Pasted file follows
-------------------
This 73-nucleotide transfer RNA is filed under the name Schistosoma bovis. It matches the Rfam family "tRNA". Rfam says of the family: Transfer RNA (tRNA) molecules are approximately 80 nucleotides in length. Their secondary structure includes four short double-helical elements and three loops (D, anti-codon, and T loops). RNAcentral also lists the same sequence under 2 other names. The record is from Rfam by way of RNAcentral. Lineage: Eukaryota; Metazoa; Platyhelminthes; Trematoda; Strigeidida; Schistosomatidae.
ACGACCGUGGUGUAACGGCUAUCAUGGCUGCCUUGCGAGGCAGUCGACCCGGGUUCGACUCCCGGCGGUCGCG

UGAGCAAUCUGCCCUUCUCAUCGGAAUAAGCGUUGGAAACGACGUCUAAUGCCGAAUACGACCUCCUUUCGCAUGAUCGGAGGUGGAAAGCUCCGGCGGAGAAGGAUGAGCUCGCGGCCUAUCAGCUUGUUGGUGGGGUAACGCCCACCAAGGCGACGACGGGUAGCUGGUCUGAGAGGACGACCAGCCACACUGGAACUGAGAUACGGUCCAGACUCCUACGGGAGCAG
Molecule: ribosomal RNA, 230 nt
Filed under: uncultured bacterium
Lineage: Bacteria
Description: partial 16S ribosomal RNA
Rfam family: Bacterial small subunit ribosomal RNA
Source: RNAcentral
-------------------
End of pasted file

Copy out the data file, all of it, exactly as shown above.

This 73-nucleotide transfer RNA is filed under the name Schistosoma bovis. It matches the Rfam family "tRNA". Rfam says of the family: Transfer RNA (tRNA) molecules are approximately 80 nucleotides in length. Their secondary structure includes four short double-helical elements and three loops (D, anti-codon, and T loops). RNAcentral also lists the same sequence under 2 other names. The record is from Rfam by way of RNAcentral. Lineage: Eukaryota; Metazoa; Platyhelminthes; Trematoda; Strigeidida; Schistosomatidae.
ACGACCGUGGUGUAACGGCUAUCAUGGCUGCCUUGCGAGGCAGUCGACCCGGGUUCGACUCCCGGCGGUCGCG

UGAGCAAUCUGCCCUUCUCAUCGGAAUAAGCGUUGGAAACGACGUCUAAUGCCGAAUACGACCUCCUUUCGCAUGAUCGGAGGUGGAAAGCUCCGGCGGAGAAGGAUGAGCUCGCGGCCUAUCAGCUUGUUGGUGGGGUAACGCCCACCAAGGCGACGACGGGUAGCUGGUCUGAGAGGACGACCAGCCACACUGGAACUGAGAUACGGUCCAGACUCCUACGGGAGCAG
Molecule: ribosomal RNA, 230 nt
Filed under: uncultured bacterium
Lineage: Bacteria
Description: partial 16S ribosomal RNA
Rfam family: Bacterial small subunit ribosomal RNA
Source: RNAcentral